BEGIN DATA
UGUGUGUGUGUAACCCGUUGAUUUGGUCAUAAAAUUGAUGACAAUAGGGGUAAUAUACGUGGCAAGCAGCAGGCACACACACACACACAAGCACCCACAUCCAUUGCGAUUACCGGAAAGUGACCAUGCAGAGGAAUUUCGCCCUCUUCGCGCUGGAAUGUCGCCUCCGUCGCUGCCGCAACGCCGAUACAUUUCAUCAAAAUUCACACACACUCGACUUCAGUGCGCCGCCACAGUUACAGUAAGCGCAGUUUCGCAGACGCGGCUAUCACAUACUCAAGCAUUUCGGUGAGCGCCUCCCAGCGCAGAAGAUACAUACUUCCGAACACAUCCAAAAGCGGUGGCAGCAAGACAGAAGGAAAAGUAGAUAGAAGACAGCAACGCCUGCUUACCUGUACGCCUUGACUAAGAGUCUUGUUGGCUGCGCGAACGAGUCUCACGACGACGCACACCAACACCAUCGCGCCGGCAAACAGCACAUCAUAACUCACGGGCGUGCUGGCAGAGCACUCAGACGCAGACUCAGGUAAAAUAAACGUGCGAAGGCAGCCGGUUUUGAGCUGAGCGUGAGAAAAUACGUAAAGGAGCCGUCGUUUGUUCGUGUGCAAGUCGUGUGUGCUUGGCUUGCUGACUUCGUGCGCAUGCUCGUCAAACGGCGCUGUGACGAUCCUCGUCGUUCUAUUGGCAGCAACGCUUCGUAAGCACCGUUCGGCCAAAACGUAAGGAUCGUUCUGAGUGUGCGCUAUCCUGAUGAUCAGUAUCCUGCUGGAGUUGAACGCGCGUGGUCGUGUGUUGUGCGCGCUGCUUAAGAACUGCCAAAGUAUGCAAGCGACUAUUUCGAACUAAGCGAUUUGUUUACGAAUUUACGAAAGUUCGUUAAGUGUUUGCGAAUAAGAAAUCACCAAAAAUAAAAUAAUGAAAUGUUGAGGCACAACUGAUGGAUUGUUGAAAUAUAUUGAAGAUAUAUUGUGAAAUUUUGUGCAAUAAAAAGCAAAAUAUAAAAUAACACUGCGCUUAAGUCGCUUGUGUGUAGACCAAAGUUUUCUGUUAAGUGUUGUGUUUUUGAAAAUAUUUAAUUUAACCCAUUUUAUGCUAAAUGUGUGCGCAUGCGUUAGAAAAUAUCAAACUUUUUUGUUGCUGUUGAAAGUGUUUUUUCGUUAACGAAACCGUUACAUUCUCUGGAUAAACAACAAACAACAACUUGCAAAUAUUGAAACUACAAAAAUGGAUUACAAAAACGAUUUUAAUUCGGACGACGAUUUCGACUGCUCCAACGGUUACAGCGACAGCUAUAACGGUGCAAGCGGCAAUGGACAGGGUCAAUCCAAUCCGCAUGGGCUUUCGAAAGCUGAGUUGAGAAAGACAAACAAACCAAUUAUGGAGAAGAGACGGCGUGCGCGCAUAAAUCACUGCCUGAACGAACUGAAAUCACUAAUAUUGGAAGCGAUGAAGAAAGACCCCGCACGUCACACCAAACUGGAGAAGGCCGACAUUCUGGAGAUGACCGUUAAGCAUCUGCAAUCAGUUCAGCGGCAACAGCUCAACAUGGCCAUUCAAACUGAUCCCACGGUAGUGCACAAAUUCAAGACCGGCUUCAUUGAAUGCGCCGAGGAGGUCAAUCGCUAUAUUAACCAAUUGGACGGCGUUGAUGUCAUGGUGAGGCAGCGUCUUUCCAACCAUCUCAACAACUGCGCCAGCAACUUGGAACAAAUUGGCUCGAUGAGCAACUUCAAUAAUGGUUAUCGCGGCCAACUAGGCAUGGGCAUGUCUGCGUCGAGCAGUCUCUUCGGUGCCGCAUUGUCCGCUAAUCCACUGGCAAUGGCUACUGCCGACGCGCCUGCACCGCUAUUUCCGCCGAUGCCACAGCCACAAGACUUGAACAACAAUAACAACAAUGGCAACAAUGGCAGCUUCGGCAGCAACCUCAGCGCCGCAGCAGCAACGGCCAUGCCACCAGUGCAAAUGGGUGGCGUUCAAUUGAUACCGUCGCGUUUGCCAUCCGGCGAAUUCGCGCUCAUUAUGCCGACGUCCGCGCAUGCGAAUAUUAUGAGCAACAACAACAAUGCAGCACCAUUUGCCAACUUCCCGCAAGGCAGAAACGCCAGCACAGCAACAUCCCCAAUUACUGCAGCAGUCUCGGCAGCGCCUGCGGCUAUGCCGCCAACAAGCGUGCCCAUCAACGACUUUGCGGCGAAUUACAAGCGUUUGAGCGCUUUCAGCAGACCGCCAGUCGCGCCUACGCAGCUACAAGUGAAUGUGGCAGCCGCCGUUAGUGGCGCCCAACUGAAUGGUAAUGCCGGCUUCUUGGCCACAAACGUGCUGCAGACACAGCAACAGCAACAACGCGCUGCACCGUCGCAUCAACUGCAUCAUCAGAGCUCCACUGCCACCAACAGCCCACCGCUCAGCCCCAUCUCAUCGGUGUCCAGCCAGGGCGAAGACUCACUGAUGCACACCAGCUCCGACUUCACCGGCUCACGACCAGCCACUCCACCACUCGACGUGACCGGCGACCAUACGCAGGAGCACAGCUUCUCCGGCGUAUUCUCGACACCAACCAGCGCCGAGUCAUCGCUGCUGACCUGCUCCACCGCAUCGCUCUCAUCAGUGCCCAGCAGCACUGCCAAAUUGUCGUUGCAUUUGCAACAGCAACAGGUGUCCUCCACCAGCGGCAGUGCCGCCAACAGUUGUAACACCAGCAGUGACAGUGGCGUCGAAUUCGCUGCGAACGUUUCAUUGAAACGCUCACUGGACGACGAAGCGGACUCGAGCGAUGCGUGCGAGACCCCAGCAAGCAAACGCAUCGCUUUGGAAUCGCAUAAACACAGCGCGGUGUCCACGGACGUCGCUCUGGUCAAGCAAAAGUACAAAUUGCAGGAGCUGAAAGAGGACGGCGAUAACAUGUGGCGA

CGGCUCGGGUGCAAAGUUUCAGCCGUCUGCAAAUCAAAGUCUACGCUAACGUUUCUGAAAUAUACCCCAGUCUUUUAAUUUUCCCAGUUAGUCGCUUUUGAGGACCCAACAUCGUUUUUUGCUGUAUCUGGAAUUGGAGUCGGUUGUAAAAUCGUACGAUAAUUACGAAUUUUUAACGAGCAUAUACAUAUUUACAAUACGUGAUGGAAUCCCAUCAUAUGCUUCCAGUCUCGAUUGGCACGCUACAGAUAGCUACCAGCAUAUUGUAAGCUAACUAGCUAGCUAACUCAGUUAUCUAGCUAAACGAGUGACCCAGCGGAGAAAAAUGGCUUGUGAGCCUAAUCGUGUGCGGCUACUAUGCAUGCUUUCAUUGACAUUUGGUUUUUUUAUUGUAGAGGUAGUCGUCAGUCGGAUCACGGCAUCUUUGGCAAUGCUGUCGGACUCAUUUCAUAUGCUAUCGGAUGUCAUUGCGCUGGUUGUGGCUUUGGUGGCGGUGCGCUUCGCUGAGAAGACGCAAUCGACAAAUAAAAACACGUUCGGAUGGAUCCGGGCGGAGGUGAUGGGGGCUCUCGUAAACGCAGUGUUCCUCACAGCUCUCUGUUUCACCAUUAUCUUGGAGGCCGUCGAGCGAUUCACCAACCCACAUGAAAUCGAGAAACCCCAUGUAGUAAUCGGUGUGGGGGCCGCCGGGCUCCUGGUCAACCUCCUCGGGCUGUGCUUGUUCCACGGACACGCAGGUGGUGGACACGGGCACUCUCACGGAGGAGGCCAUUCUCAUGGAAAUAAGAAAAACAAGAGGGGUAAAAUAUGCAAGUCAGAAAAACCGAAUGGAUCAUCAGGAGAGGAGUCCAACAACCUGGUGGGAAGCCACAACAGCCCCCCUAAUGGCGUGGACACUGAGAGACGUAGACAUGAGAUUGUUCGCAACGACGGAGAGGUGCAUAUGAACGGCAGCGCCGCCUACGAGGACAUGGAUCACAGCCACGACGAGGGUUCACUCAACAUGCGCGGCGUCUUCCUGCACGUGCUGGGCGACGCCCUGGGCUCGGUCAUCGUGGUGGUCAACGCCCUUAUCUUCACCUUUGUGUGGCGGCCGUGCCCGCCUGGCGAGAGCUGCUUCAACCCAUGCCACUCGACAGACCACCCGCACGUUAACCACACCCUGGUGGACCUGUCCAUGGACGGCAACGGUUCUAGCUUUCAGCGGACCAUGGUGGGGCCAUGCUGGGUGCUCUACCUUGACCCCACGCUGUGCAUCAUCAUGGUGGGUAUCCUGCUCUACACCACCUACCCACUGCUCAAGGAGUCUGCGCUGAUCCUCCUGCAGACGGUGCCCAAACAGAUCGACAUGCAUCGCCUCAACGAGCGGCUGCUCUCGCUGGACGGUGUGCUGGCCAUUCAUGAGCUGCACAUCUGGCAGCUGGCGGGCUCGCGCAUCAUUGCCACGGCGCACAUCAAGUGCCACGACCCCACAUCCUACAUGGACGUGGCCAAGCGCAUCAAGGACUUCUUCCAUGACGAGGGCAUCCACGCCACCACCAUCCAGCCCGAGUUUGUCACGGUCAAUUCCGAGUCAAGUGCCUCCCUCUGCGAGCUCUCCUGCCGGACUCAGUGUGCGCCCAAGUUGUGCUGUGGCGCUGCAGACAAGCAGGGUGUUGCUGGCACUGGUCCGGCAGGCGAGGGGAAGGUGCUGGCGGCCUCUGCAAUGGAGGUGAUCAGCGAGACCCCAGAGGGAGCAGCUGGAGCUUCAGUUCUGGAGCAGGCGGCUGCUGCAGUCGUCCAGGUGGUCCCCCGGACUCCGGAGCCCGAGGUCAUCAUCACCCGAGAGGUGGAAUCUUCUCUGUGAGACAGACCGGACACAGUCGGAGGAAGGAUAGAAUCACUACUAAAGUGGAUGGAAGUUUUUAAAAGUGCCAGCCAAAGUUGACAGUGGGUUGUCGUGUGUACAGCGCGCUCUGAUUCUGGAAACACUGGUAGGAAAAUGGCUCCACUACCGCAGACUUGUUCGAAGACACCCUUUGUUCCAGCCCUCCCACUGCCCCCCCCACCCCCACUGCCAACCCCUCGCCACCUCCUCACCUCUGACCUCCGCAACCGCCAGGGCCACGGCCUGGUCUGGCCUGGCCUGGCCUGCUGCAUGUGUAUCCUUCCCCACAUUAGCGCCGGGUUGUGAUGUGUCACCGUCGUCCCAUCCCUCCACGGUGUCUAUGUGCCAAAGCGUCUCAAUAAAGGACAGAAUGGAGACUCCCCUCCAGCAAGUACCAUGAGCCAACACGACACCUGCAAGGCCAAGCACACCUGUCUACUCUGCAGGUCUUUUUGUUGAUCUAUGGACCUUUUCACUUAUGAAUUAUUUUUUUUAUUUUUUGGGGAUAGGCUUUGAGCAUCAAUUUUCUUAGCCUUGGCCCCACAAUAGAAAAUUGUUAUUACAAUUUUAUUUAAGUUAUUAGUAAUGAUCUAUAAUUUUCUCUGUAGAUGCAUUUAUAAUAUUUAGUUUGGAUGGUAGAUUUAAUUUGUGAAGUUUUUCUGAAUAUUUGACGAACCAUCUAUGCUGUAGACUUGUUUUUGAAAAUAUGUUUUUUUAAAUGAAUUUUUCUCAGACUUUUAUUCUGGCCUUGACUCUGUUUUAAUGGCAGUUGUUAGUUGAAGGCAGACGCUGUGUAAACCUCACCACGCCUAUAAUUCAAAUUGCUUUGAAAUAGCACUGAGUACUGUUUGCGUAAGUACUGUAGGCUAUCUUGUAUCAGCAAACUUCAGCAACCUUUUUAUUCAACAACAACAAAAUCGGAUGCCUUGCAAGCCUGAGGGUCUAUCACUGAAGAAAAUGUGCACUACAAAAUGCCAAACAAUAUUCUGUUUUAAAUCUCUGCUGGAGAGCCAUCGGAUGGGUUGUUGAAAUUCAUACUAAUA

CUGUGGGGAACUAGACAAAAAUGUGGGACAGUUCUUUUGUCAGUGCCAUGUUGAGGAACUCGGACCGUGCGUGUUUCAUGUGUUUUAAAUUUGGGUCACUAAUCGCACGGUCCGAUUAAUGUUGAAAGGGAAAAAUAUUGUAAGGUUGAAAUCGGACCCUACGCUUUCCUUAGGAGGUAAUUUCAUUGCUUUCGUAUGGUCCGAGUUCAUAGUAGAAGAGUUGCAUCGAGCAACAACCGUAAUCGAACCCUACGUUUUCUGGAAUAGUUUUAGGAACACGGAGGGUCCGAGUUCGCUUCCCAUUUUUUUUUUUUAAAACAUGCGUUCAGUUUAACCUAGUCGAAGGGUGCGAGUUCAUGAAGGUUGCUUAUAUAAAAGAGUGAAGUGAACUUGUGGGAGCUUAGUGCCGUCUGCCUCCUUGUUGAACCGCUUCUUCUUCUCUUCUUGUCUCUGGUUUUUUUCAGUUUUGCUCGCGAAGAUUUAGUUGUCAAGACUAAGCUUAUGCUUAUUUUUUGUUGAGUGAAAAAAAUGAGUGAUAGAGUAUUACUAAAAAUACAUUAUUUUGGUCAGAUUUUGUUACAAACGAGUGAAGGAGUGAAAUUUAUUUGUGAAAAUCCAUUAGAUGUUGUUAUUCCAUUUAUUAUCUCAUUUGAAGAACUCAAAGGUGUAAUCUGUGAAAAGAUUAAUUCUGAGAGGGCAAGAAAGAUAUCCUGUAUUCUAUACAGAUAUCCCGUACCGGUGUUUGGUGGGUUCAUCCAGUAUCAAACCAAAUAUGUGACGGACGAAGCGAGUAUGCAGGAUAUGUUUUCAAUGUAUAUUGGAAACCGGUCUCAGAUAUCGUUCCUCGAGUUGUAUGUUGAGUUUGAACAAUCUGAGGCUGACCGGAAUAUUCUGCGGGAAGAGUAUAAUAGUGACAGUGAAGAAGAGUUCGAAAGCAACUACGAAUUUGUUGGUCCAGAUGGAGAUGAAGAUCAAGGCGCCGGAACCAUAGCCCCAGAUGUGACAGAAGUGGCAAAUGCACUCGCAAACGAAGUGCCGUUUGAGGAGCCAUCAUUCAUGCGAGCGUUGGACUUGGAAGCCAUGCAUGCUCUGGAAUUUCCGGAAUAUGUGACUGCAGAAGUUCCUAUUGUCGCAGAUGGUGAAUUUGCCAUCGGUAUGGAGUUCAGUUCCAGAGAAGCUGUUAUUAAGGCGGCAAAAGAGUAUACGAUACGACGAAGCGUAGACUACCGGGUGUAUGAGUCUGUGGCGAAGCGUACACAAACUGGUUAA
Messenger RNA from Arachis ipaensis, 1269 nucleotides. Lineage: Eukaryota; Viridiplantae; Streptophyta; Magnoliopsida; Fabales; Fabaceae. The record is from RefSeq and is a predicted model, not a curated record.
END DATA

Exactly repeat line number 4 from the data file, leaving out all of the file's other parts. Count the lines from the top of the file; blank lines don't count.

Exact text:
Messenger RNA from Arachis ipaensis, 1269 nucleotides. Lineage: Eukaryota; Viridiplantae; Streptophyta; Magnoliopsida; Fabales; Fabaceae. The record is from RefSeq and is a predicted model, not a curated record.